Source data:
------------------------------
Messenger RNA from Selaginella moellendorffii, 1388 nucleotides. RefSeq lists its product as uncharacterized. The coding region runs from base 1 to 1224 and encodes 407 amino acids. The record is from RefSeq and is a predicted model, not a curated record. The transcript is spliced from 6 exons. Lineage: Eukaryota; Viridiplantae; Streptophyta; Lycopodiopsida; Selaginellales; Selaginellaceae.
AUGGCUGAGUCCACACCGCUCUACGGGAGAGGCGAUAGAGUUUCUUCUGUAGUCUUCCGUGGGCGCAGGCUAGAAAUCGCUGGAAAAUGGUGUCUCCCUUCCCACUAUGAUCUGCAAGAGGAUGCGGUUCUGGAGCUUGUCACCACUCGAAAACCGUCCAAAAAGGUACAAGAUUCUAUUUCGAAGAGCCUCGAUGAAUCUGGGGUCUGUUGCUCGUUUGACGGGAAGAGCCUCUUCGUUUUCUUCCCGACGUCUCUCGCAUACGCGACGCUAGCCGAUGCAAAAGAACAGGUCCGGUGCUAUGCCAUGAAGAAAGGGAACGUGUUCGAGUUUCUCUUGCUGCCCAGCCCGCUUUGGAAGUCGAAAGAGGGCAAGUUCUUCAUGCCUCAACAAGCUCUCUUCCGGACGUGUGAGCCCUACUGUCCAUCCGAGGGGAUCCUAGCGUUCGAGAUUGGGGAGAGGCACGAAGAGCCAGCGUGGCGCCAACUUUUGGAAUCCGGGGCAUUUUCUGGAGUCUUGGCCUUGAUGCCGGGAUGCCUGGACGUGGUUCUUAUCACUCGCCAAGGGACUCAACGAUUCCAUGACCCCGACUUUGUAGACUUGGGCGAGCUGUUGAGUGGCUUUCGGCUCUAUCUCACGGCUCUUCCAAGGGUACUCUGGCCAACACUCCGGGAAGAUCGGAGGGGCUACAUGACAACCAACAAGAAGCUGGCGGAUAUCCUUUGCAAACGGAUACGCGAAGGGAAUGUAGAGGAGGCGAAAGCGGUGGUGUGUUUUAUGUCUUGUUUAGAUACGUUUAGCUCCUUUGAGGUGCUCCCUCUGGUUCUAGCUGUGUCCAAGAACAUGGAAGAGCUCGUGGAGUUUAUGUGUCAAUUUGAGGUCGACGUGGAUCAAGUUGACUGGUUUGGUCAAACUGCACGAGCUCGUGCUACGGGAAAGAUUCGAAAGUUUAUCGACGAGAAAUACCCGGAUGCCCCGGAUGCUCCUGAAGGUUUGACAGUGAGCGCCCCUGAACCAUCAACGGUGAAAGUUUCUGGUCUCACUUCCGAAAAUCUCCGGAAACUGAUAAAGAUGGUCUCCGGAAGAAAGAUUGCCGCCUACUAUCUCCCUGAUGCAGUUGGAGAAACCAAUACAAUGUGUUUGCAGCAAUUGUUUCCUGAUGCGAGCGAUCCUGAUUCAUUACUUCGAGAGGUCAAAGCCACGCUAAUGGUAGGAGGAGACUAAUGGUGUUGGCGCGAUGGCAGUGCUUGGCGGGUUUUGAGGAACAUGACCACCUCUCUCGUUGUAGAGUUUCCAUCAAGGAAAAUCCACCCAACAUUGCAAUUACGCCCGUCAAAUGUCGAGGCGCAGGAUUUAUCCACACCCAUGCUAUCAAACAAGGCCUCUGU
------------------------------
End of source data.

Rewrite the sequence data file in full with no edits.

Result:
Messenger RNA from Selaginella moellendorffii, 1388 nucleotides. RefSeq lists its product as uncharacterized. The coding region runs from base 1 to 1224 and encodes 407 amino acids. The record is from RefSeq and is a predicted model, not a curated record. The transcript is spliced from 6 exons. Lineage: Eukaryota; Viridiplantae; Streptophyta; Lycopodiopsida; Selaginellales; Selaginellaceae.
AUGGCUGAGUCCACACCGCUCUACGGGAGAGGCGAUAGAGUUUCUUCUGUAGUCUUCCGUGGGCGCAGGCUAGAAAUCGCUGGAAAAUGGUGUCUCCCUUCCCACUAUGAUCUGCAAGAGGAUGCGGUUCUGGAGCUUGUCACCACUCGAAAACCGUCCAAAAAGGUACAAGAUUCUAUUUCGAAGAGCCUCGAUGAAUCUGGGGUCUGUUGCUCGUUUGACGGGAAGAGCCUCUUCGUUUUCUUCCCGACGUCUCUCGCAUACGCGACGCUAGCCGAUGCAAAAGAACAGGUCCGGUGCUAUGCCAUGAAGAAAGGGAACGUGUUCGAGUUUCUCUUGCUGCCCAGCCCGCUUUGGAAGUCGAAAGAGGGCAAGUUCUUCAUGCCUCAACAAGCUCUCUUCCGGACGUGUGAGCCCUACUGUCCAUCCGAGGGGAUCCUAGCGUUCGAGAUUGGGGAGAGGCACGAAGAGCCAGCGUGGCGCCAACUUUUGGAAUCCGGGGCAUUUUCUGGAGUCUUGGCCUUGAUGCCGGGAUGCCUGGACGUGGUUCUUAUCACUCGCCAAGGGACUCAACGAUUCCAUGACCCCGACUUUGUAGACUUGGGCGAGCUGUUGAGUGGCUUUCGGCUCUAUCUCACGGCUCUUCCAAGGGUACUCUGGCCAACACUCCGGGAAGAUCGGAGGGGCUACAUGACAACCAACAAGAAGCUGGCGGAUAUCCUUUGCAAACGGAUACGCGAAGGGAAUGUAGAGGAGGCGAAAGCGGUGGUGUGUUUUAUGUCUUGUUUAGAUACGUUUAGCUCCUUUGAGGUGCUCCCUCUGGUUCUAGCUGUGUCCAAGAACAUGGAAGAGCUCGUGGAGUUUAUGUGUCAAUUUGAGGUCGACGUGGAUCAAGUUGACUGGUUUGGUCAAACUGCACGAGCUCGUGCUACGGGAAAGAUUCGAAAGUUUAUCGACGAGAAAUACCCGGAUGCCCCGGAUGCUCCUGAAGGUUUGACAGUGAGCGCCCCUGAACCAUCAACGGUGAAAGUUUCUGGUCUCACUUCCGAAAAUCUCCGGAAACUGAUAAAGAUGGUCUCCGGAAGAAAGAUUGCCGCCUACUAUCUCCCUGAUGCAGUUGGAGAAACCAAUACAAUGUGUUUGCAGCAAUUGUUUCCUGAUGCGAGCGAUCCUGAUUCAUUACUUCGAGAGGUCAAAGCCACGCUAAUGGUAGGAGGAGACUAAUGGUGUUGGCGCGAUGGCAGUGCUUGGCGGGUUUUGAGGAACAUGACCACCUCUCUCGUUGUAGAGUUUCCAUCAAGGAAAAUCCACCCAACAUUGCAAUUACGCCCGUCAAAUGUCGAGGCGCAGGAUUUAUCCACACCCAUGCUAUCAAACAAGGCCUCUGU